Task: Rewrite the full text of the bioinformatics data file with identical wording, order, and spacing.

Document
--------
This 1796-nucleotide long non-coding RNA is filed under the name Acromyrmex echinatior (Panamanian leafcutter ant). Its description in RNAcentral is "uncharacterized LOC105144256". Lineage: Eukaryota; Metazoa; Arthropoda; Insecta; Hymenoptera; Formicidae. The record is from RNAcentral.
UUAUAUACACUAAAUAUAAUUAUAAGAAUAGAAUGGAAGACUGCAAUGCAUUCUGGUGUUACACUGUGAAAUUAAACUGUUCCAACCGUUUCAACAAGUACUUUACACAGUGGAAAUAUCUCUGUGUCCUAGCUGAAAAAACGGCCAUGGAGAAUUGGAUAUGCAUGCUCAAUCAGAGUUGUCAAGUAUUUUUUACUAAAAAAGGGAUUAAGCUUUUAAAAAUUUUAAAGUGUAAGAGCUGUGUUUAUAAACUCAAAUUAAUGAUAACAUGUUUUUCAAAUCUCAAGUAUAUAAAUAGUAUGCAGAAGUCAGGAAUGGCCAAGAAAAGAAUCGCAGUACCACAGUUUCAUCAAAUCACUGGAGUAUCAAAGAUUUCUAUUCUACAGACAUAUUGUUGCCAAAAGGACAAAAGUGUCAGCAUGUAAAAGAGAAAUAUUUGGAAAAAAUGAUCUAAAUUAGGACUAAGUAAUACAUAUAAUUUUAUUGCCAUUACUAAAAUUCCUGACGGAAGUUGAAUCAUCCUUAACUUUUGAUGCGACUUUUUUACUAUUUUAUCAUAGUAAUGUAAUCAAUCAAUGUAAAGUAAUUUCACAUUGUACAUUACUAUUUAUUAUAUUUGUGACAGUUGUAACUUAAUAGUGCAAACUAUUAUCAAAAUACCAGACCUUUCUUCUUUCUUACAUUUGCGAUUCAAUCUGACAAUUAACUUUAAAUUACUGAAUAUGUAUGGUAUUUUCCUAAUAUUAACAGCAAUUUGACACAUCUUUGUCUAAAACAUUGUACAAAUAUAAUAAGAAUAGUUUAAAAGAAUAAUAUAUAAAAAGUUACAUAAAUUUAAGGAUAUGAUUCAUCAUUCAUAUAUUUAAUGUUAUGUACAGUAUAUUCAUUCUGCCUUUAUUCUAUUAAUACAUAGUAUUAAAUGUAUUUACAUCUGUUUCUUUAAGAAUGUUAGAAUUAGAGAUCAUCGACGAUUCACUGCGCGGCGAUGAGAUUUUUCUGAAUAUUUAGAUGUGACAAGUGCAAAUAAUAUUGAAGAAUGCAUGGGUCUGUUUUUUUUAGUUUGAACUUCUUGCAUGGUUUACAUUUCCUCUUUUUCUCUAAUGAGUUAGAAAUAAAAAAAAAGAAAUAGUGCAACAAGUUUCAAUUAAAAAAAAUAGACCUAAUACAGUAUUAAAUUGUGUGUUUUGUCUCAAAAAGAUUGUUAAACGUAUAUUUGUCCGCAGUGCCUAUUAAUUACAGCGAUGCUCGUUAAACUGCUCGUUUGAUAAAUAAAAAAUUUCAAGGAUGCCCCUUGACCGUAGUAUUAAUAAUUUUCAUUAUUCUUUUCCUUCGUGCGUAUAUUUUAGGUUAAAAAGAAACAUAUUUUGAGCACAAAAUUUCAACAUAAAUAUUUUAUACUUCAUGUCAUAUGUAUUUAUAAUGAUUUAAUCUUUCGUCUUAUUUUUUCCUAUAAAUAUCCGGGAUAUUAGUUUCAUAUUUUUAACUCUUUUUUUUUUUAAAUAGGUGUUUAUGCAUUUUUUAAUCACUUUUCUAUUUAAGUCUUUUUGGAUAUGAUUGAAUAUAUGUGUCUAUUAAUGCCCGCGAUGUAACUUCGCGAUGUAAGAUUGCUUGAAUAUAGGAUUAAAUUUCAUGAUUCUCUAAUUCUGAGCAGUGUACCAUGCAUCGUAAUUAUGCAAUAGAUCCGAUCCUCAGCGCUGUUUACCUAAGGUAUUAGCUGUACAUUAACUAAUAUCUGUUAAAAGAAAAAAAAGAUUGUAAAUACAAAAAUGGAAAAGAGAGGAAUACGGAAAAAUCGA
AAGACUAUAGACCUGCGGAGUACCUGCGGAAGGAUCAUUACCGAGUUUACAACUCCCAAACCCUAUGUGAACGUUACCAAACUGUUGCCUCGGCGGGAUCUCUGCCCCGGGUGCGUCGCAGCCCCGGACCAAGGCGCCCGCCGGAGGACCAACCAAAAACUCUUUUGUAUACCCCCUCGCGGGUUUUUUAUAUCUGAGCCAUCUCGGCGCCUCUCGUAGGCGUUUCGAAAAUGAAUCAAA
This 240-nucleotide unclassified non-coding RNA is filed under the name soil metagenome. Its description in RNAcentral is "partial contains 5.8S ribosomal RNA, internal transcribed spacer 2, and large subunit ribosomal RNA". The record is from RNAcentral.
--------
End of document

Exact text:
This 1796-nucleotide long non-coding RNA is filed under the name Acromyrmex echinatior (Panamanian leafcutter ant). Its description in RNAcentral is "uncharacterized LOC105144256". Lineage: Eukaryota; Metazoa; Arthropoda; Insecta; Hymenoptera; Formicidae. The record is from RNAcentral.
UUAUAUACACUAAAUAUAAUUAUAAGAAUAGAAUGGAAGACUGCAAUGCAUUCUGGUGUUACACUGUGAAAUUAAACUGUUCCAACCGUUUCAACAAGUACUUUACACAGUGGAAAUAUCUCUGUGUCCUAGCUGAAAAAACGGCCAUGGAGAAUUGGAUAUGCAUGCUCAAUCAGAGUUGUCAAGUAUUUUUUACUAAAAAAGGGAUUAAGCUUUUAAAAAUUUUAAAGUGUAAGAGCUGUGUUUAUAAACUCAAAUUAAUGAUAACAUGUUUUUCAAAUCUCAAGUAUAUAAAUAGUAUGCAGAAGUCAGGAAUGGCCAAGAAAAGAAUCGCAGUACCACAGUUUCAUCAAAUCACUGGAGUAUCAAAGAUUUCUAUUCUACAGACAUAUUGUUGCCAAAAGGACAAAAGUGUCAGCAUGUAAAAGAGAAAUAUUUGGAAAAAAUGAUCUAAAUUAGGACUAAGUAAUACAUAUAAUUUUAUUGCCAUUACUAAAAUUCCUGACGGAAGUUGAAUCAUCCUUAACUUUUGAUGCGACUUUUUUACUAUUUUAUCAUAGUAAUGUAAUCAAUCAAUGUAAAGUAAUUUCACAUUGUACAUUACUAUUUAUUAUAUUUGUGACAGUUGUAACUUAAUAGUGCAAACUAUUAUCAAAAUACCAGACCUUUCUUCUUUCUUACAUUUGCGAUUCAAUCUGACAAUUAACUUUAAAUUACUGAAUAUGUAUGGUAUUUUCCUAAUAUUAACAGCAAUUUGACACAUCUUUGUCUAAAACAUUGUACAAAUAUAAUAAGAAUAGUUUAAAAGAAUAAUAUAUAAAAAGUUACAUAAAUUUAAGGAUAUGAUUCAUCAUUCAUAUAUUUAAUGUUAUGUACAGUAUAUUCAUUCUGCCUUUAUUCUAUUAAUACAUAGUAUUAAAUGUAUUUACAUCUGUUUCUUUAAGAAUGUUAGAAUUAGAGAUCAUCGACGAUUCACUGCGCGGCGAUGAGAUUUUUCUGAAUAUUUAGAUGUGACAAGUGCAAAUAAUAUUGAAGAAUGCAUGGGUCUGUUUUUUUUAGUUUGAACUUCUUGCAUGGUUUACAUUUCCUCUUUUUCUCUAAUGAGUUAGAAAUAAAAAAAAAGAAAUAGUGCAACAAGUUUCAAUUAAAAAAAAUAGACCUAAUACAGUAUUAAAUUGUGUGUUUUGUCUCAAAAAGAUUGUUAAACGUAUAUUUGUCCGCAGUGCCUAUUAAUUACAGCGAUGCUCGUUAAACUGCUCGUUUGAUAAAUAAAAAAUUUCAAGGAUGCCCCUUGACCGUAGUAUUAAUAAUUUUCAUUAUUCUUUUCCUUCGUGCGUAUAUUUUAGGUUAAAAAGAAACAUAUUUUGAGCACAAAAUUUCAACAUAAAUAUUUUAUACUUCAUGUCAUAUGUAUUUAUAAUGAUUUAAUCUUUCGUCUUAUUUUUUCCUAUAAAUAUCCGGGAUAUUAGUUUCAUAUUUUUAACUCUUUUUUUUUUUAAAUAGGUGUUUAUGCAUUUUUUAAUCACUUUUCUAUUUAAGUCUUUUUGGAUAUGAUUGAAUAUAUGUGUCUAUUAAUGCCCGCGAUGUAACUUCGCGAUGUAAGAUUGCUUGAAUAUAGGAUUAAAUUUCAUGAUUCUCUAAUUCUGAGCAGUGUACCAUGCAUCGUAAUUAUGCAAUAGAUCCGAUCCUCAGCGCUGUUUACCUAAGGUAUUAGCUGUACAUUAACUAAUAUCUGUUAAAAGAAAAAAAAGAUUGUAAAUACAAAAAUGGAAAAGAGAGGAAUACGGAAAAAUCGA
AAGACUAUAGACCUGCGGAGUACCUGCGGAAGGAUCAUUACCGAGUUUACAACUCCCAAACCCUAUGUGAACGUUACCAAACUGUUGCCUCGGCGGGAUCUCUGCCCCGGGUGCGUCGCAGCCCCGGACCAAGGCGCCCGCCGGAGGACCAACCAAAAACUCUUUUGUAUACCCCCUCGCGGGUUUUUUAUAUCUGAGCCAUCUCGGCGCCUCUCGUAGGCGUUUCGAAAAUGAAUCAAA
This 240-nucleotide unclassified non-coding RNA is filed under the name soil metagenome. Its description in RNAcentral is "partial contains 5.8S ribosomal RNA, internal transcribed spacer 2, and large subunit ribosomal RNA". The record is from RNAcentral.